Rather than learning the traditional piano or guitar, your child might have more of an affinity with a wind instrument such as the saxophone or trumpet. It will be noisy, but fun!
“crikey, that baby’s got a pair of lungs on him!”
Do you remember the first time you were amazed at how much noise can come from a tiny baby? Of course, it’s like that for a very good reason: it’s a cry of need that will attract attention, and loud because it’s designed to travel long distances. When our ancestors found they needed a louder form of communication that would broach valleys or atolls, they turned to nature, adapting seashells into the first wind instruments. Since then, we humans have adapted, twisted and turned all kinds of wood and metal into a wide range of things we can blow.
Typically, music time in today’s schools involves that four-stringed Lazarus, the ukulele; but go back a decade and the poor old recorder was king in all its squeaky glory, smothering as it goes along, the basic human desire to sing. That said, many valuable skills are learnt on recorders so don’t blame the messenger. The fact is that young mouths can blow hard long before they have the patience to understand restraint or finger notes with precision.
when to learn
How early to start learning a wind instrument will depend on each child’s coordination relative to the instrument they’ve fallen for, there are no hard and fast rules. However, as soon as children see the fun in a sliding trombone or the anarchy Lisa Simpson creates with her saxophone, the mechanics become something kids naturally want to explore and overcome.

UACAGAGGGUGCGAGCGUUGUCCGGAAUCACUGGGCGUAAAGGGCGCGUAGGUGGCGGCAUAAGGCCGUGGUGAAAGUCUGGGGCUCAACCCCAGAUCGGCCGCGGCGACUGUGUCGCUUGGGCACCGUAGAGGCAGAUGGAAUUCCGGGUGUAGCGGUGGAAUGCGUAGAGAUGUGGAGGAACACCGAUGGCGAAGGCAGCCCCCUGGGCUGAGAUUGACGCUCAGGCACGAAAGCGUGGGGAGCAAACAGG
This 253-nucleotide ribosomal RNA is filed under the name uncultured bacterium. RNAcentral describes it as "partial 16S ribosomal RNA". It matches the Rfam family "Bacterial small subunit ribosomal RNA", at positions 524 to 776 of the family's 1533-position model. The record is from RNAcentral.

Developmentally, a child learning this type of wind instrument is causing the mechanical movements of a glorious machine to interact with their own breath and heartbeat. The result is the emotional benefits that spring from both musical joy and a learning achievement. Saxophones, for example, are among the “sing-iest” and most satisfying of instruments, where the same emotional phrasing employed vocally can be harnessed, once the necessary skills are learnt. That’s a pretty amazing chain of events when you break it down like that, isn’t it?
future of music
Most kids love exploring, and many love noise so being shown a way of combining the two can be the doorway to a musical life that’s very different to the serious world of a concert pianist for example. Popular woodwind instruments like the clarinet, flute and saxophone are seen in orchestral settings alongside the trumpet, trombone and tuba etc, but they have other (possibly more glamorous) lives on contemporary-music stages the world over, often at joyful, community-based settings like jazz festivals or brass-band events. While instruments such as the oboe, bassoon and recorder are sometimes overlooked, their unique sounds will appeal to some.
The most useful resource we have in opening a child’s mind is the music itself. Benjamin Britten’s ‘A Young Person’s Guide to the Orchestra’ and ‘Peter and the Wolf’ both describe the sounds within an orchestra with great finesse, but the dedicated youth programmes run by most of our orchestras will turn education into an event, albeit a traditional one.
If your children would prefer something more left-of-centre, one of Auckland’s finest brass ensembles, The Spoilers of Utopia, played a number of concerts in 2013 on Tiritiri Matangi, a bird sanctuary in the Hauraki Gulf. For landlubbers, concerts by The Blackbird Ensemble are not to be missed. This modern classical group plays strongly-themed concerts in full costume and make-up where you’ll hear anything from Vivaldi to Nick Cave.
Dominic Blaazer is a writer who also teaches music at Lewis Eady and performs around the Auckland region.